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It is reasonable to assume that the [PH]ads is far from saturation at [PH]aq < 500 μM, i.e., α[PH]aq << 1. With this simplification we obtain:
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The relation of reciprocal chemiluminescence and concentration of phthalic hydrazide is plotted in Figure 12.

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Figure 12. 1/CL plotted vs. phthalic hydrazide concentration at pH 7.

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Figure 12. 1/CL plotted vs. phthalic hydrazide concentration at pH 7.
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Evidently, Equation (19) is corroborated by the experimental result. This also lends support to the underlying mechanistic model proposed in Equation (15).

This study clearly demonstrates that adsorption of the reaction probe, in this case phthalic hydrazide, governs the result obtained regarding photocatalytic efficiency of TiO2. Specific for phthalic hydrazide is that this adsorption engages the hydrazide moiety, which can be hydrogen bonded to OH-groups on the surface. Thus, as shown in Figure 2, any surface bound oxidant will only cause oxidation of the hydrazide ring, and no chemiluminescence will be observed. For this reason, we conclude that chemiluminescence can only be observed when OHaq radicals are released from the TiO2-surface.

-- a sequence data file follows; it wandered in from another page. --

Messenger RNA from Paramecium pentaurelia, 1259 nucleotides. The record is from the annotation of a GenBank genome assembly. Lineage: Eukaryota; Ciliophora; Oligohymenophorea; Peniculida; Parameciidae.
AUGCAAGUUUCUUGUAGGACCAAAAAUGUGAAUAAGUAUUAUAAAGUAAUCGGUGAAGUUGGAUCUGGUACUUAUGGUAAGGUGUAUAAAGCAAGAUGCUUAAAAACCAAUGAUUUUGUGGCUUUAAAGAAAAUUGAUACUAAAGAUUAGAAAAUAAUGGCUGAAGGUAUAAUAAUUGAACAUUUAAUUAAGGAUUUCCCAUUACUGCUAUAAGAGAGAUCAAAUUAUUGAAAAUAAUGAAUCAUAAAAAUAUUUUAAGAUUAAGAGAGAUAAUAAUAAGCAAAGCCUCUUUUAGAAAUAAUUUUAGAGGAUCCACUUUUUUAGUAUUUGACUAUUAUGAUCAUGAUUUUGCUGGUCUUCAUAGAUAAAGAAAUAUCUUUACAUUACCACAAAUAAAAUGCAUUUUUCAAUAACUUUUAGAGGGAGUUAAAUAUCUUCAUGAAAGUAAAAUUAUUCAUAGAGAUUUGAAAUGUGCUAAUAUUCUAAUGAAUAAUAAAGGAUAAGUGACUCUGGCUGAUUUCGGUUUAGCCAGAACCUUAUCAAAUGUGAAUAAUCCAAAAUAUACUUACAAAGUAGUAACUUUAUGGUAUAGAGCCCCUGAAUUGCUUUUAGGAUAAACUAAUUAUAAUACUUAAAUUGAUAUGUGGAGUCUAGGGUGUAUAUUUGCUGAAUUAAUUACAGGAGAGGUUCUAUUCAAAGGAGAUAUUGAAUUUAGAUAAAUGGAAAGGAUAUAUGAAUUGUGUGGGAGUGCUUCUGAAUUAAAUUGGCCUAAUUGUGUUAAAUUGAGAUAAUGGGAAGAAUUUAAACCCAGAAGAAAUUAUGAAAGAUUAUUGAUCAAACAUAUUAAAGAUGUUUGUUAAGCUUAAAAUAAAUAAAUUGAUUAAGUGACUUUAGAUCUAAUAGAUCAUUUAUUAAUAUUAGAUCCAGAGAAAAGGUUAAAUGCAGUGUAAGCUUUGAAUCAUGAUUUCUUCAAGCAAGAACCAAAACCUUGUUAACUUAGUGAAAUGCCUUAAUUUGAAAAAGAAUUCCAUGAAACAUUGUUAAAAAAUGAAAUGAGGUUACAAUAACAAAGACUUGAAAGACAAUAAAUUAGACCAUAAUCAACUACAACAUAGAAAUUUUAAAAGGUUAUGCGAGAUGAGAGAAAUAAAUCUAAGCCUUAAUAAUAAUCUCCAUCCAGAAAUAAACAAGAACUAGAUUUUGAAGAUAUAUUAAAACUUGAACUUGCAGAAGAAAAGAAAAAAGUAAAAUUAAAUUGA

Another important conclusion from this experiment is that in the unperturbed system at pH ~7 free hydroxyl radicals, OHaq, can be released from TiO2 at least to the same rate as obtained with borate buffer at pH 9, see Figure 9. In contrast, at pH 3 there is only a vestige of the dilution effect observed at pH ~7. This suggests that increasing protonation of the TiO2 surface at pH < pzc (point of zero charge) ≈ 6.3, also blocks the formation of OHaq whereas at pH > pzc the measured yield of OHaq is entirely governed by the adsorption of phthalic hydrazide.

2.2.2. Effects of Added Hydrogen Peroxide

As shown in Reactions (2–7) addition of hydrogen peroxide may both increase and impair the formation of hydroxyl radicals by TiO2 photocatalysis in aqueous solutions. The effects should be governed by actual reaction conditions such as pH, ionic composition and the concentration of hydrogen peroxide. Reaction (2) is efficient in the UVC range, where the absorption by hydrogen peroxide is significant [21]. At 365 nm, the peak wavelength of the black light lamp used in this investigation, the absorption of hydrogen peroxide is very weak but Reaction (4) may still give a small contribution to the formation of hydroxyl radicals.